A while back I asked the question of whether or not you were an instinctual trader. To find out you were asked to click a link and play an online card game. The game is called the Iowa Gambling Task (IGT) and was developed to simulate real-life financial decisions where performance is strongly influenced by emotional factors related to rewards and penalties. Sounds a lot like the financial markets, no?
As a recap, the IGT involves four decks of cards where the subject is asked to choose a card from one of the decks in any sequence. With each turn of a card you either won or lost money of varying values. Sustained playing of certain decks led to large losses but also had large wins while playing other decks would lead to small but consistent gains. Over the years research has shown that most participants do not appear, at least explicitly, to understand the complex contingencies of the game. However, some participants are able to quickly develop “a feeling” about which decks are winners and which decks are losers.
Judgmental processes involved in risk perception and decision making have traditionally been conceptualized as cognitive in nature, being based upon a rational and deliberate evaluation of the alternatives at hand. It wasn’t until the early 1980’s when researchers began to look beyond the rational, deliberate, and cognitive processes of decision making. This new vein of research that was occurring focused instead on the intuitive, as opposed to deliberate, and emotional, as opposed to cognitive aspects of decision making.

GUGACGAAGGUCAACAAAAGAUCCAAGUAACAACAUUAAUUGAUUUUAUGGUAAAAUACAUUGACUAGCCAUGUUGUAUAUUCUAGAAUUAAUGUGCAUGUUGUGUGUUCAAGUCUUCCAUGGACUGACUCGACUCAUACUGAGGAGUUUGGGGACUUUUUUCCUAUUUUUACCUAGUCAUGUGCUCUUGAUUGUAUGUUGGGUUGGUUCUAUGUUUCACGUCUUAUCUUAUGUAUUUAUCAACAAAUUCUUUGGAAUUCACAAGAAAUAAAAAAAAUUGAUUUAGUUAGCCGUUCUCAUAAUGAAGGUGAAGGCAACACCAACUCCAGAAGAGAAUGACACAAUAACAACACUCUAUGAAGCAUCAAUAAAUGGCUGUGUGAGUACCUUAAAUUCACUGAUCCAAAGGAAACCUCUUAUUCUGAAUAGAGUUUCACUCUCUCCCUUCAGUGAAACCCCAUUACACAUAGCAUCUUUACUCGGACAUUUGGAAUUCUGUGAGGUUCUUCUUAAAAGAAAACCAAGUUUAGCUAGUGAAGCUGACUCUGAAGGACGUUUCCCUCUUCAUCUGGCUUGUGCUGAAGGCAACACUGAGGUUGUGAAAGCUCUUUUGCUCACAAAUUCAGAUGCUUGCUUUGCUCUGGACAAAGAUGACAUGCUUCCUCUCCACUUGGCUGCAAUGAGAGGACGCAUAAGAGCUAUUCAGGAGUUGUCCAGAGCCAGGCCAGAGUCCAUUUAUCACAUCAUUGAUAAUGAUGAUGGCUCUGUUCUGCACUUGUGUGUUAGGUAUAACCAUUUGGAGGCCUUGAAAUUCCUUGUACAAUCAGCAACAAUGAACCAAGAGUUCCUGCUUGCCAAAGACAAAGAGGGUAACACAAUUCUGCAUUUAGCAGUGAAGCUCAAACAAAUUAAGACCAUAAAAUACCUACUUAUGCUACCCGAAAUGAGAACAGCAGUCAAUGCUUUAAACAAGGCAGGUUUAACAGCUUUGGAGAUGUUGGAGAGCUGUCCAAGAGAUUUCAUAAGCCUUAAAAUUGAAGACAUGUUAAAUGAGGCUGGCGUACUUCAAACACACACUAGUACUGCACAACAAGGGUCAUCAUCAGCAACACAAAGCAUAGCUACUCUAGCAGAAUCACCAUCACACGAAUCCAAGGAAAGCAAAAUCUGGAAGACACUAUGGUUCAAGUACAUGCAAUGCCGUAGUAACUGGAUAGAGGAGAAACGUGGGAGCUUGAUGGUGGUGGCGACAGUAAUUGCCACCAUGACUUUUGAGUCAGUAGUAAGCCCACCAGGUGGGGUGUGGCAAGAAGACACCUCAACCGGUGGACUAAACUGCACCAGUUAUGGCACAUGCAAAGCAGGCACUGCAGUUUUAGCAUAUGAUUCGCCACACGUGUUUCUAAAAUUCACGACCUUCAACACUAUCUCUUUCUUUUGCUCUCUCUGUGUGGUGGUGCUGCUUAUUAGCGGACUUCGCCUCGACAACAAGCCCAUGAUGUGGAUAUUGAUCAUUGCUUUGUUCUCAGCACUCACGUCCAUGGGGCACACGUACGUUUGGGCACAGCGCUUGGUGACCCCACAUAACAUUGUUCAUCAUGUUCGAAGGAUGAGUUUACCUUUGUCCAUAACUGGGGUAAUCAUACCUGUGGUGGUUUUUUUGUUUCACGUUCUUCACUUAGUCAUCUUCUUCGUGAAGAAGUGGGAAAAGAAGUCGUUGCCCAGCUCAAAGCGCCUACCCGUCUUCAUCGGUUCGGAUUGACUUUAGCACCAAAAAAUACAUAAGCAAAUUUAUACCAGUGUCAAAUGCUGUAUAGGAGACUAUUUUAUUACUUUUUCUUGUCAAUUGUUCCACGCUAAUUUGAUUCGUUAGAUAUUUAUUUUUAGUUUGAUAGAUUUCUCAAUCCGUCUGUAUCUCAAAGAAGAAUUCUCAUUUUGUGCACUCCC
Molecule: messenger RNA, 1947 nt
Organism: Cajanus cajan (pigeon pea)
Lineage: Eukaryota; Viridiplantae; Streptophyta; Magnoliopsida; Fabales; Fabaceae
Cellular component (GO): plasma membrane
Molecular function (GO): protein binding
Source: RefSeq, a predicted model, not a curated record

Our instincts are keenly alert and risk averse to loss so much so that we are more motivated to take action (pick a card from a certain deck) based on the fear of losing rather than anticipating a gain. Further research using the IGT has shown that we respond to unconscious signals of danger. In fact, the unconscious acts more quickly than the conscious mind. Interestingly enough, much of what Kahneman refers to as system 1 thinking occurs unconsciously.
More recently, the Iowa Gambling Task has been shown to measure an aspect of mental function which belongs in the domain of Executive Function (EF). In other words, the IGT is concerned with decision-making and complex problem solving which occur in the pre-frontal cortex of the brain. I’ll be discussing Executive Function in more detail next month at the Traders Expo in Las Vegas. If you’re able to attend please let me know as I’d like to meet as many readers as possible.